Originally Posted by Kitty00776
Ive tried giving her treats when im around but she wont accept them from my hand so i have to throw them to her. I pet her very gently and let her run away if she wants. I have tried holding her and petting her but she always seems to hate it so i stopped that. I try not to corner her or catch her unless i absolutly have to.
Is there anything else i can do that might help?
I think there is, but it will involve doing things she, and possibly you, *won't* like.
I foster, tame and socialize feral and poorly/un-socialized kittens and cats for adoption.
Our goal in the foster-situation before adoption is one of fast turn-over; if I take things slowly I am only able to help a small number of cats. If I force my attentions on the cats through this intensive program, I am able to help more cats through the year. We work to get results quickly and then keep the cat there at that plateau as long as we can so these behaviors become reinforced and set before the cat goes to the adoption center (and then we get new cats to work with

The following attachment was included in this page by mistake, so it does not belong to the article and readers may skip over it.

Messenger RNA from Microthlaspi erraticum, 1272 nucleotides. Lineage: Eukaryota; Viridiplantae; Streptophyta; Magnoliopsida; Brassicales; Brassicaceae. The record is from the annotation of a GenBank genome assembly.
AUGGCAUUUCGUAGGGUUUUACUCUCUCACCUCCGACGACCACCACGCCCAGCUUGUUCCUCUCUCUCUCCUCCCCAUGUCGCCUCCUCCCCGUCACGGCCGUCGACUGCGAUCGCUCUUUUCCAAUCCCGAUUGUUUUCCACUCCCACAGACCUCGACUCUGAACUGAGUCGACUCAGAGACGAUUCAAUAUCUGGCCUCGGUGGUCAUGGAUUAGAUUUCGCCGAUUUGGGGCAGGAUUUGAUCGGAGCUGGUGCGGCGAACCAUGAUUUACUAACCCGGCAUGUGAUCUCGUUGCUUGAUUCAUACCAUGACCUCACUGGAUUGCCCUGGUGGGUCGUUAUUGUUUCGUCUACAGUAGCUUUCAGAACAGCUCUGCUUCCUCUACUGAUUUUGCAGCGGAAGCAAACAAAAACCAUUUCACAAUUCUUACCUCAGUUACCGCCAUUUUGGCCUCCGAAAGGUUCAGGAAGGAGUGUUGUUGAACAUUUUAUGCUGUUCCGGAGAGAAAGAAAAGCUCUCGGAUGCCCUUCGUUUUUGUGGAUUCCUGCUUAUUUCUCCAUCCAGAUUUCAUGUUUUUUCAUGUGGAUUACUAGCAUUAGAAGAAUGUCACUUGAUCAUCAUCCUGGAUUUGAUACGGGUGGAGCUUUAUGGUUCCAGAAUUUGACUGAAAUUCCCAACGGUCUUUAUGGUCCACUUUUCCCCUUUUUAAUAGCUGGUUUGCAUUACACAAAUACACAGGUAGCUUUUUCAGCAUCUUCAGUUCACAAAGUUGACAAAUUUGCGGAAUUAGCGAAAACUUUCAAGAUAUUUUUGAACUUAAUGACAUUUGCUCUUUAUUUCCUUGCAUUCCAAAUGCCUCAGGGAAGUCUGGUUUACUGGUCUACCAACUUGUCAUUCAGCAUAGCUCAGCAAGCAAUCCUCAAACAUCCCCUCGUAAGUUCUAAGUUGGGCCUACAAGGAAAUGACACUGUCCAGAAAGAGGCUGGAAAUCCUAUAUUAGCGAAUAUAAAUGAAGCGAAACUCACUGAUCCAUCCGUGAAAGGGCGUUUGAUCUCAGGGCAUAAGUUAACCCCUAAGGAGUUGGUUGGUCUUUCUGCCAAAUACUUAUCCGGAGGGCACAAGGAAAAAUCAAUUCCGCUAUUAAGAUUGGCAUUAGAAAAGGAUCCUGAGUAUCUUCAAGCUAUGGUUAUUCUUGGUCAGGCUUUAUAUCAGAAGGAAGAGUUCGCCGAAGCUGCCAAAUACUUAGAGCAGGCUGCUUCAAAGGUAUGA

). I have an intense program I call Kitty Cat Boot Camp that I work the kittens/cats through.
Here is a link to my general overview: viewtopic.php?f=2&t=60586
Here are some sections about helping to socialize a domestic cat who needs more confidence and skills when being handled. If you are interested in using some of these techniques with your cat, I would recommend you please read the complete post in the link I provided as it has more information about cats, cat behavior and how to keep yourself safe.
I advocate pushing the cats' comfort boundaries little by little but being relentless and persistent in getting forward progress. You need to advance to make progress, but you have to watch the cat and retreat before you have reached the cats' threshold level of tolerance for the action. Watch the cat and continue to work up to their known limits, but then use your judgement to determine if the cat is ready to be pushed just a little further. In addition, you sometimes need to push a cat who has “stalled” in forward progress beyond their comfort zones to make that cat see and accept that what you are doing is good and not harmful. With this in mind, I feel it is important to mention how detrimental it is to allow a cat to call-the-shots without pushing them beyond what the cat believes is good enough. It is up to us to push beyond those barriers and show the cat a human/cat relationship can be better. Every cat who is fostered with me is worked through these progressions so I am assured of covering all areas and creating a confident cat who can become a family pet no matter what manner their adoptive family handles them.